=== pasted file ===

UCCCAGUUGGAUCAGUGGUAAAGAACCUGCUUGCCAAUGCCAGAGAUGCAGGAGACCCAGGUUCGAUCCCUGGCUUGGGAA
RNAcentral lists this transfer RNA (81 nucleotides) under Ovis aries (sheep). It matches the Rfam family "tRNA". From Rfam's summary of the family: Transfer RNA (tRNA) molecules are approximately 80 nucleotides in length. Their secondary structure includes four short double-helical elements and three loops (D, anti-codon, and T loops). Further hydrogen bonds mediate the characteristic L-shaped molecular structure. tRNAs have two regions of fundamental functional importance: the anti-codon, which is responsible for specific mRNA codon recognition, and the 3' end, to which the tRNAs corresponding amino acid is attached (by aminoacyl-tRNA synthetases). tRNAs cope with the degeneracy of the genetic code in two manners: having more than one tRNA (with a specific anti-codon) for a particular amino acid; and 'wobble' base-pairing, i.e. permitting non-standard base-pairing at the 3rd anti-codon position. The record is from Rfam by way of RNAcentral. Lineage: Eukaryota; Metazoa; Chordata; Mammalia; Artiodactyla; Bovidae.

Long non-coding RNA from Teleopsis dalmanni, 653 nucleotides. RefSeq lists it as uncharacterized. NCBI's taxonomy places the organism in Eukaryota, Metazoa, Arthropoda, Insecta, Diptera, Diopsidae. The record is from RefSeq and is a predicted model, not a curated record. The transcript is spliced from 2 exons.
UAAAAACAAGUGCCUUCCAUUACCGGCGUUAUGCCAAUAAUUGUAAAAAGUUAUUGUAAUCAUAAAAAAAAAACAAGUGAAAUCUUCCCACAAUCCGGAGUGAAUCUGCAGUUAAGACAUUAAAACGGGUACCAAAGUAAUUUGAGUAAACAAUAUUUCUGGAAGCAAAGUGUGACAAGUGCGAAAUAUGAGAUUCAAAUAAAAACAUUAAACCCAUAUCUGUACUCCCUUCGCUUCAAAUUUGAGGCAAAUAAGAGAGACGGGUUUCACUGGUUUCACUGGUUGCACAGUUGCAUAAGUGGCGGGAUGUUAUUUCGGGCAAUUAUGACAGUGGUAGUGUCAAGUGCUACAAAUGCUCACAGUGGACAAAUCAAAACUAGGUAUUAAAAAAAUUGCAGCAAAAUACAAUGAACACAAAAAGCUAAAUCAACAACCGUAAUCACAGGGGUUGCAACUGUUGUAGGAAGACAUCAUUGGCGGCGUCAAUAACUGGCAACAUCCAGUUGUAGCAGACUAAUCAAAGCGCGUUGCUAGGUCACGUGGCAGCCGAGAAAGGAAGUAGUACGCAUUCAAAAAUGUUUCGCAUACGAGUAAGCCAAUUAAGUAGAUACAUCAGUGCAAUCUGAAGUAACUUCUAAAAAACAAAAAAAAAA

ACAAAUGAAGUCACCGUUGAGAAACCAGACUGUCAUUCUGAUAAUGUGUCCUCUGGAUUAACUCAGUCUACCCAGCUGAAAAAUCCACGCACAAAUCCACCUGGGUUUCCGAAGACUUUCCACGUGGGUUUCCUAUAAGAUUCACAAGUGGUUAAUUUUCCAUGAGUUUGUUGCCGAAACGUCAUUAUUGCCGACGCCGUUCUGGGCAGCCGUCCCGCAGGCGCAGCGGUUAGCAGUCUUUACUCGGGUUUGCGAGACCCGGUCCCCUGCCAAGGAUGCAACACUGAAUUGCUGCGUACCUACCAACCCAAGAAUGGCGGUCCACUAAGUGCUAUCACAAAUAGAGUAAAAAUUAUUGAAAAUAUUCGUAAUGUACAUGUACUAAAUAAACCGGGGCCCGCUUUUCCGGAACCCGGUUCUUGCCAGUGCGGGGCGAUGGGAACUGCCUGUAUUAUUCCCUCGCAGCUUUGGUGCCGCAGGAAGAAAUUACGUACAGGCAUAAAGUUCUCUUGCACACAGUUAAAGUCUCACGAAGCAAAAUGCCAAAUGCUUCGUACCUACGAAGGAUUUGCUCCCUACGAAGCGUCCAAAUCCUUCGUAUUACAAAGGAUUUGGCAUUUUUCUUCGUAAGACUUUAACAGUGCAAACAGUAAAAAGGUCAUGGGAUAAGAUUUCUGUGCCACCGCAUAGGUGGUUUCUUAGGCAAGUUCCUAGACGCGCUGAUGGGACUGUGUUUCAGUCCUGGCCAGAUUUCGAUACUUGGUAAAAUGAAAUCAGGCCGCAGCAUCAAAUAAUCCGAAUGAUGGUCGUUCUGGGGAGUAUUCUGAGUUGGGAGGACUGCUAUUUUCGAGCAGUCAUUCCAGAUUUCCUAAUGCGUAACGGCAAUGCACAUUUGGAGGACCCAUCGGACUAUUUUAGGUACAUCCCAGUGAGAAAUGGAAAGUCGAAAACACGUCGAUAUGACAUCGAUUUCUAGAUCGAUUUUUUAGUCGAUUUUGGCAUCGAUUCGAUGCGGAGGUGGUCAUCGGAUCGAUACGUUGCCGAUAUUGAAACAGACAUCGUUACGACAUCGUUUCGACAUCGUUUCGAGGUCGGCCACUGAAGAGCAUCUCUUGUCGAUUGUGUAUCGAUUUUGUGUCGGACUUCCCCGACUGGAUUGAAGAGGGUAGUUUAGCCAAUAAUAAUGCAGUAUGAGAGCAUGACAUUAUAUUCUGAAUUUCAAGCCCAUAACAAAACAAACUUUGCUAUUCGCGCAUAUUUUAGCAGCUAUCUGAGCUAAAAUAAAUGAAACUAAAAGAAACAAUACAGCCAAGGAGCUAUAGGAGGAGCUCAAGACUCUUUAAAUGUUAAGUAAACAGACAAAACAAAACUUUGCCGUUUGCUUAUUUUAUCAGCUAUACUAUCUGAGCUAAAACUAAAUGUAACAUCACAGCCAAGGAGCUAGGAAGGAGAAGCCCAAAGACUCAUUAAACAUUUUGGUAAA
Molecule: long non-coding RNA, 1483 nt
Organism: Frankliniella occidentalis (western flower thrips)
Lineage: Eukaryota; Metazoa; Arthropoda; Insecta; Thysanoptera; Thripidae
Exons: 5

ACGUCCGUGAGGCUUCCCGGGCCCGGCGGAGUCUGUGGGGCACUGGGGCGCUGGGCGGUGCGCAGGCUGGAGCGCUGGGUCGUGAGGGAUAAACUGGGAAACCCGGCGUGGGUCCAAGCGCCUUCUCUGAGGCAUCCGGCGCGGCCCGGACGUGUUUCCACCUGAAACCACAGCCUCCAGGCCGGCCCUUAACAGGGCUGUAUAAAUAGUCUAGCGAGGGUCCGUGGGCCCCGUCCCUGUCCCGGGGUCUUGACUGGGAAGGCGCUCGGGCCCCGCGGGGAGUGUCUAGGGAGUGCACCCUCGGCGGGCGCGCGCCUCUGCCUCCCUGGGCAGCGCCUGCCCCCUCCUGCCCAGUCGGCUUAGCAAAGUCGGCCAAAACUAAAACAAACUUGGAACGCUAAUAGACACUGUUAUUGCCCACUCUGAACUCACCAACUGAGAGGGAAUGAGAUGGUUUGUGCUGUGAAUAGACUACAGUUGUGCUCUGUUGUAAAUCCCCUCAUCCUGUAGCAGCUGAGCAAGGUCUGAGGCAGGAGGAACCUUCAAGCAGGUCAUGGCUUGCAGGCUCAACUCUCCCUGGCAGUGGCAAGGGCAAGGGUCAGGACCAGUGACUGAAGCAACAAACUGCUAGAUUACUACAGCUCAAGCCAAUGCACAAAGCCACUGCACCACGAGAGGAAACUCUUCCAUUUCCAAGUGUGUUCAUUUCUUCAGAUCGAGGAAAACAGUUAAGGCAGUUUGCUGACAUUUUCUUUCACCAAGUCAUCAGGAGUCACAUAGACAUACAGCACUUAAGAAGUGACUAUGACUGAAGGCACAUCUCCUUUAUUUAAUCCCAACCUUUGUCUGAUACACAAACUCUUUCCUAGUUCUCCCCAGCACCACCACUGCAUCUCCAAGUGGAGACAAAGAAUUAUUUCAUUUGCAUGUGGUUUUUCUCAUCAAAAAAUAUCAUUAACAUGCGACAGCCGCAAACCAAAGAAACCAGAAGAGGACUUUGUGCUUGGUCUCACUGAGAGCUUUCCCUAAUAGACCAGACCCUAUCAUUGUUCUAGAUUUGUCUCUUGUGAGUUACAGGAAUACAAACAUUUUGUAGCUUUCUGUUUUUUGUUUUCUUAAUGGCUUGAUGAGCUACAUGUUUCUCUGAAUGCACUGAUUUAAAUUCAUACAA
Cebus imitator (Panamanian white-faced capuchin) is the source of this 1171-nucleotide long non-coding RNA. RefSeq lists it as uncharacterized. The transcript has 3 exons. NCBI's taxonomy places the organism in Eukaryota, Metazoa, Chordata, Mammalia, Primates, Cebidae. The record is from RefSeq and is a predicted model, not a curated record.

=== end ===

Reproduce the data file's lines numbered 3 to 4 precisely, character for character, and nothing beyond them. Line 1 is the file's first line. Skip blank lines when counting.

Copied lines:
Long non-coding RNA from Teleopsis dalmanni, 653 nucleotides. RefSeq lists it as uncharacterized. NCBI's taxonomy places the organism in Eukaryota, Metazoa, Arthropoda, Insecta, Diptera, Diopsidae. The record is from RefSeq and is a predicted model, not a curated record. The transcript is spliced from 2 exons.
UAAAAACAAGUGCCUUCCAUUACCGGCGUUAUGCCAAUAAUUGUAAAAAGUUAUUGUAAUCAUAAAAAAAAAACAAGUGAAAUCUUCCCACAAUCCGGAGUGAAUCUGCAGUUAAGACAUUAAAACGGGUACCAAAGUAAUUUGAGUAAACAAUAUUUCUGGAAGCAAAGUGUGACAAGUGCGAAAUAUGAGAUUCAAAUAAAAACAUUAAACCCAUAUCUGUACUCCCUUCGCUUCAAAUUUGAGGCAAAUAAGAGAGACGGGUUUCACUGGUUUCACUGGUUGCACAGUUGCAUAAGUGGCGGGAUGUUAUUUCGGGCAAUUAUGACAGUGGUAGUGUCAAGUGCUACAAAUGCUCACAGUGGACAAAUCAAAACUAGGUAUUAAAAAAAUUGCAGCAAAAUACAAUGAACACAAAAAGCUAAAUCAACAACCGUAAUCACAGGGGUUGCAACUGUUGUAGGAAGACAUCAUUGGCGGCGUCAAUAACUGGCAACAUCCAGUUGUAGCAGACUAAUCAAAGCGCGUUGCUAGGUCACGUGGCAGCCGAGAAAGGAAGUAGUACGCAUUCAAAAAUGUUUCGCAUACGAGUAAGCCAAUUAAGUAGAUACAUCAGUGCAAUCUGAAGUAACUUCUAAAAAACAAAAAAAAAA